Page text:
NCR(eporter) has a post on the "liturgy wars" and lays full blame on the battle imagery on those who called for and support a new translation.


It also lays blame for a certain level of dishonesty, duplicity and incompetence at the feet of those advocating for a new translation for the past, you know 11 years.

The editorial purports to tell the "jarring history" of the liturgy wars, but of course, neglects to tell the entire history, which is jarring indeed.

Here is what is true: "Dynamic equivalence" and locally-generated translations did define the paradigm in the post-Conciliar church, but here’s the thing: ICEL seems to have mucked it up. So, you know, they had to do it over again.

What is totally missing from this discussion is any acknowledgment of the inadequacies of the 1973 translation and an honest assessment of how it was inadequate and what motivated those inadequacies. "Dynamic equivalence" does not even come close to describing what happened here.  As the NCR editorial admits, game over…so it’s time to just move on and implement what we get, but wouldn’t it be extraordinary and generous if those who are sighing and acceding to the new translation with such great pain would take a minute and confront the ’73 translations along with the Latin original and attempt to explain how much of it is "dynamic equivalence" and not "theological strip-mining."

The NCR editorial suggests that the present "victors" have an agenda and it is, by implication, suspicious. What was the agenda of those who produced the 73 translation? Did they not have one? They were just trying to do a translation that accurately rendered the Latin into English? If, so, they were incredibly incompetent because that didn’t happen. Well, then, why didn’t it happen? Perhaps we can get a clue from examining the translation, see what was omitted and how what survived was rendered – an exercise which has been done, of course, many times. Will themes emerge? Will we be able to discern a common sensibility in this translation? An…agenda?

Someone wrote me and said that the ’73 translation fulfilled the mandate of the time. In a sense he’s correct, as I pointed out a minute ago. But what has happened is twofold: the fruit of that effort has been judged inadequate and worse. Secondly, the dominant theological paradigm of that moment has, mercifully been pushed aside, and we would do well to admit what that theological paradigm was: anti-supernatural, deeply skeptical of what some call Revelation.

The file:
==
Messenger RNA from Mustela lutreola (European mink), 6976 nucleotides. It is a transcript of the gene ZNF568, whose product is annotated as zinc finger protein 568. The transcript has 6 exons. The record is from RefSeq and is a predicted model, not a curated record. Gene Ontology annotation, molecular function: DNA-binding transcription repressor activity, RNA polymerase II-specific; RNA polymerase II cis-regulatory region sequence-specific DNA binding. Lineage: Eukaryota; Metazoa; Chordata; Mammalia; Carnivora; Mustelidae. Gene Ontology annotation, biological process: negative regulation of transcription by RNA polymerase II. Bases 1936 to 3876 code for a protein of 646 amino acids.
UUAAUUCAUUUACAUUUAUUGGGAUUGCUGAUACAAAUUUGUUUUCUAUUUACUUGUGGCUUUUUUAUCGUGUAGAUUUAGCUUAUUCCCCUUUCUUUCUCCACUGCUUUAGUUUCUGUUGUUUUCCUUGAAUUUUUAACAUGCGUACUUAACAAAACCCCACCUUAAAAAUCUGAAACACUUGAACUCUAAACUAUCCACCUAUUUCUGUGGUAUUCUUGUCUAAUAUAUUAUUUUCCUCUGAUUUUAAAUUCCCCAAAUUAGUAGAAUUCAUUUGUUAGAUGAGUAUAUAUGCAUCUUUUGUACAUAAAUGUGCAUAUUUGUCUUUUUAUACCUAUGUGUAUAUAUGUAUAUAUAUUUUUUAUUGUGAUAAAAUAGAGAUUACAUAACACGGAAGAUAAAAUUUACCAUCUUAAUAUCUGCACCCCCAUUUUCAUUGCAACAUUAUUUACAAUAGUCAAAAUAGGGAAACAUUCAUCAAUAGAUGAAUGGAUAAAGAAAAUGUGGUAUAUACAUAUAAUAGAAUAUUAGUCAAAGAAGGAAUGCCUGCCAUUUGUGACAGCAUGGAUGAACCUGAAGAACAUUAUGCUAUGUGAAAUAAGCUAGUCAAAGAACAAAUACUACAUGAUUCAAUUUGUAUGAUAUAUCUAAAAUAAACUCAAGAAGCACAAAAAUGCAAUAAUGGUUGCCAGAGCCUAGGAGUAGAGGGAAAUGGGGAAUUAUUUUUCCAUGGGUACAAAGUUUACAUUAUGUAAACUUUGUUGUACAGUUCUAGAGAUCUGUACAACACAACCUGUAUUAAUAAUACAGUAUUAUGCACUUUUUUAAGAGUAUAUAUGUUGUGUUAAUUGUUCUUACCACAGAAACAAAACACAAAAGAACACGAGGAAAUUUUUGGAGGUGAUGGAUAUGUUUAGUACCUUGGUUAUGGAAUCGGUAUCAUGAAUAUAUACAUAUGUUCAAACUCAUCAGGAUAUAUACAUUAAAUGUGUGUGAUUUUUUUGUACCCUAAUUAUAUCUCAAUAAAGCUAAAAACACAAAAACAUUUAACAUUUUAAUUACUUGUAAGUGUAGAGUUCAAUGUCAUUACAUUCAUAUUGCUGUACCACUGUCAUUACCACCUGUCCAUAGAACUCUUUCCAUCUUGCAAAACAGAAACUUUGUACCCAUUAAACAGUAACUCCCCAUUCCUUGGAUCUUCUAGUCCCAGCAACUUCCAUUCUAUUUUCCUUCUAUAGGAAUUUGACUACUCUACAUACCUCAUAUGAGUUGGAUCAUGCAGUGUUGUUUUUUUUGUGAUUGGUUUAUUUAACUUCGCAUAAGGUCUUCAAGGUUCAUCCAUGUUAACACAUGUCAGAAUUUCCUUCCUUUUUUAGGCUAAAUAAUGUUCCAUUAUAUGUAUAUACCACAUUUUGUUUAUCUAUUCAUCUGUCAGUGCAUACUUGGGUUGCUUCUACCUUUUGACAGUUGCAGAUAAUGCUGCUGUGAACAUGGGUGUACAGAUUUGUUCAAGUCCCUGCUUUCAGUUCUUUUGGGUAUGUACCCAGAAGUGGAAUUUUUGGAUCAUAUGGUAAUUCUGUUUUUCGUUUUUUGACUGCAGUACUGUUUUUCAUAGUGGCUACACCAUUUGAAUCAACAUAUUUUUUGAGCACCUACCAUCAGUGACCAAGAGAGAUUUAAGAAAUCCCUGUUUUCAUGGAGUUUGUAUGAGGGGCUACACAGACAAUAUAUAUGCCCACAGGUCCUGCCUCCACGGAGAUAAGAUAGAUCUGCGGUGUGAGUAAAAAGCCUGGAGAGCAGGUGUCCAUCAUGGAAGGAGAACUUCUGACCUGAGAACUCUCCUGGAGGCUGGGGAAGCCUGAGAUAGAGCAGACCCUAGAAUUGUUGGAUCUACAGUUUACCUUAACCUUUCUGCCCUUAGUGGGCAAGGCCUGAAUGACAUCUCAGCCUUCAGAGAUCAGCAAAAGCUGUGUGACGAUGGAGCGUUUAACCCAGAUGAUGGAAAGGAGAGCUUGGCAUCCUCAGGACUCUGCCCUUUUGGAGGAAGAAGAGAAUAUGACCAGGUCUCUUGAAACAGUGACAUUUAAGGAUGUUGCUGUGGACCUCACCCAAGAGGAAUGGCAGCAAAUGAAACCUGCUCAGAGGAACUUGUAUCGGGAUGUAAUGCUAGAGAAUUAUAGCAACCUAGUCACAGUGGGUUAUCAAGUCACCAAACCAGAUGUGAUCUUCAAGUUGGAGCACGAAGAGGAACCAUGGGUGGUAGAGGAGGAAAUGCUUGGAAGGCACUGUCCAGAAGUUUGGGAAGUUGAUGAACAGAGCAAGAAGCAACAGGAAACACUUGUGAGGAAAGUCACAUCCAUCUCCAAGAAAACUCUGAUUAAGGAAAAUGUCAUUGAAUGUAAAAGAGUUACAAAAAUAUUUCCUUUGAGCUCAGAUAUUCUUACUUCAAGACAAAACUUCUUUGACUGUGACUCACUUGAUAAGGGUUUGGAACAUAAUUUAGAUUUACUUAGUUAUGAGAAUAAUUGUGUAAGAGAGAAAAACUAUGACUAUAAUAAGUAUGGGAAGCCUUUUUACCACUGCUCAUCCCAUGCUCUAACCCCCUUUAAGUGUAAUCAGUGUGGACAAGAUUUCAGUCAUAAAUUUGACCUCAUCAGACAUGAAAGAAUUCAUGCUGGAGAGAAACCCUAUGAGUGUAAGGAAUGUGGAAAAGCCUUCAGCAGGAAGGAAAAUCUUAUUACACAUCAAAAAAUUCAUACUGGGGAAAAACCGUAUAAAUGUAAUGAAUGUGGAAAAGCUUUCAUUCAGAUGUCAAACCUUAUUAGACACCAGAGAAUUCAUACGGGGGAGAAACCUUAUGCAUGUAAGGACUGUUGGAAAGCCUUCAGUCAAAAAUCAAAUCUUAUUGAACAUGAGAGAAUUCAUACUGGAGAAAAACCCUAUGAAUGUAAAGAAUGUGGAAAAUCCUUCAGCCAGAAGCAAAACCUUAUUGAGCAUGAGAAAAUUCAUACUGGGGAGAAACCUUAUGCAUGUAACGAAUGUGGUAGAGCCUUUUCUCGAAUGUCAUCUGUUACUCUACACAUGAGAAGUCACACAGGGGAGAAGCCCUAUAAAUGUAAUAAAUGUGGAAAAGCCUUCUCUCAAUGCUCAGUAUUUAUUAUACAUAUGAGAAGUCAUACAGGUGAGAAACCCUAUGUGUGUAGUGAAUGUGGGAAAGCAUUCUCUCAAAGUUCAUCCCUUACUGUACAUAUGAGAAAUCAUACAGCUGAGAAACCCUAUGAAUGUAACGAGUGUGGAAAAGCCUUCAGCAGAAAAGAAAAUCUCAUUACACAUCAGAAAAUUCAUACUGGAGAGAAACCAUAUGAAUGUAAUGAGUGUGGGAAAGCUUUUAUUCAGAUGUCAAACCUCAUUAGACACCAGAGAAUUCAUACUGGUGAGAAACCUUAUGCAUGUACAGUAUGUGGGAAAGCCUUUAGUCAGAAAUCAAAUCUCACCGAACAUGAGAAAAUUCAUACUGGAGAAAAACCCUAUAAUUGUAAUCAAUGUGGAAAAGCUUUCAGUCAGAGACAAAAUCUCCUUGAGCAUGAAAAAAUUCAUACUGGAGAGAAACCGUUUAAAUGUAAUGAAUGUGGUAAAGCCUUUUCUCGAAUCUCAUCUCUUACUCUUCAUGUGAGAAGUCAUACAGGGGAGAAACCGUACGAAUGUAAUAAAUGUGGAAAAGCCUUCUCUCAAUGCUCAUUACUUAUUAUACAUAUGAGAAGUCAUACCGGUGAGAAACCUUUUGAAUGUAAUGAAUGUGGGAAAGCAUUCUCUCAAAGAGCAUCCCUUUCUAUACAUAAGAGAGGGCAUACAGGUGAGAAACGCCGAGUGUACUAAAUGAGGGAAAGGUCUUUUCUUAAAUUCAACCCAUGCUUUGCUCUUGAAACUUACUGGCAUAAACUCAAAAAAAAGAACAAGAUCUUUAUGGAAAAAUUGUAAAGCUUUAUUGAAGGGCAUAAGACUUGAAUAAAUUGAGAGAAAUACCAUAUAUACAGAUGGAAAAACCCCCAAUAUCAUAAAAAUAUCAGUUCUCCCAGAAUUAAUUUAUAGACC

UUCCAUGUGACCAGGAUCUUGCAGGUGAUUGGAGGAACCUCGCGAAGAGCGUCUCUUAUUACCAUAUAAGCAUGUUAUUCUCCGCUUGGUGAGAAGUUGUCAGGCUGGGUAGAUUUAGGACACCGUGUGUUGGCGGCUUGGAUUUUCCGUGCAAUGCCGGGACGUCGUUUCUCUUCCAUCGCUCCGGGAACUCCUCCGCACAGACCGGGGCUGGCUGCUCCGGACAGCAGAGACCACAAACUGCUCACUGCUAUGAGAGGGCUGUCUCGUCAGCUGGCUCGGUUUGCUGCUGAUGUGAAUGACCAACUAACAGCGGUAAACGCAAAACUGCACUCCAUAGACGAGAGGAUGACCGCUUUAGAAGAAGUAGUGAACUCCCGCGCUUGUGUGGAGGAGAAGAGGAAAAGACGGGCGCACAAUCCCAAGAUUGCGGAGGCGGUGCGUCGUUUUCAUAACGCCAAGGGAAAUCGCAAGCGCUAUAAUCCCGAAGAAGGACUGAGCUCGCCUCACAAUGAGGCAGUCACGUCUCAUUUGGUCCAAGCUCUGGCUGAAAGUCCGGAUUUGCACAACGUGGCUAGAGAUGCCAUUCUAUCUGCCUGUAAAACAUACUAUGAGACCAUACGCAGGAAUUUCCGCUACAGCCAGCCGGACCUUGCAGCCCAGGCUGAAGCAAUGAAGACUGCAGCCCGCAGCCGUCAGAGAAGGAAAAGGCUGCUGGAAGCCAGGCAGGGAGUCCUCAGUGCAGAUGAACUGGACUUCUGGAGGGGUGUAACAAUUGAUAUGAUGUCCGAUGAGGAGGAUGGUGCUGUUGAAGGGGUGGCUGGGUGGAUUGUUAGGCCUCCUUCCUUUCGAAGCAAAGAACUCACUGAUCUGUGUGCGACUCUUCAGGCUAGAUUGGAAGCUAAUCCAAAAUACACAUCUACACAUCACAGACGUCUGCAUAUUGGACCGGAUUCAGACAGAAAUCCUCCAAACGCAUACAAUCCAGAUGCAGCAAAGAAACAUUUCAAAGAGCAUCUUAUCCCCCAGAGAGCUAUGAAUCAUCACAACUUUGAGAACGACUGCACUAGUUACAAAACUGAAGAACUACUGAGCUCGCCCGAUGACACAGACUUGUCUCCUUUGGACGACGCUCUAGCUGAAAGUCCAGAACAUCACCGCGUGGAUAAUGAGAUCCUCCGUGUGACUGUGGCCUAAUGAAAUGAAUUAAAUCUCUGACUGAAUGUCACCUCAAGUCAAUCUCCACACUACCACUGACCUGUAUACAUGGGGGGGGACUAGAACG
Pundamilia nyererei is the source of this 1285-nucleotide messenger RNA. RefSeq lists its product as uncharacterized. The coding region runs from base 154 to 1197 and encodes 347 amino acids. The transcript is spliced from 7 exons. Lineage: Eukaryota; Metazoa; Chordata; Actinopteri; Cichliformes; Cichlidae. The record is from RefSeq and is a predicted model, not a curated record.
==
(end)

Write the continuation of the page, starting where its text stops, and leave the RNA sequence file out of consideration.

Someone I know was taught in school by one of the members of the ICEL team that produced the 73 translation. The person didn’t know any Latin to speak of (which speaks to the NCR sneering at the present team’s lack of qualifications) and was quite upfront about, for example, changing the language in one part of the Mass so that it wouldn’t evoke an Old Testament passage (of which it was actually a direct quote, of course) because they hoped to disabuse folks of the idea that the Old Testament might be intepreted in the light of Christ.

Awkwardness is certainly an issue, as it always is with translation. As is, of course, an accurately rendered meaning. But no one is served by this whining that refuses to honestly confront the dominant theological agenda of the 73 translators and the fruit of their work.

Moreover, these bishops and liturgists and others better stop telling us laity how stupid we are, and soon.

Honestly, these folks like Bishop Trautman and Fr. Reese and all of the other experts quoted in these pieces are doing great violence to the post-Vatican II cry of "TREAT THE BAPTIZED LIKE ADULTS! STOP INFANTILIZING US! WE’RE THE MOST HIGHLY EDUCATED LAITY IN THE HISTORY OF THE CHURCH! " The gist of their dire warnings and huffing and puffing and resigned sighs is that the American laity are pretty, pretty dumb and probably can’t understand three-syllable words and Scriptural allusions.

Get your stories straight, folks.

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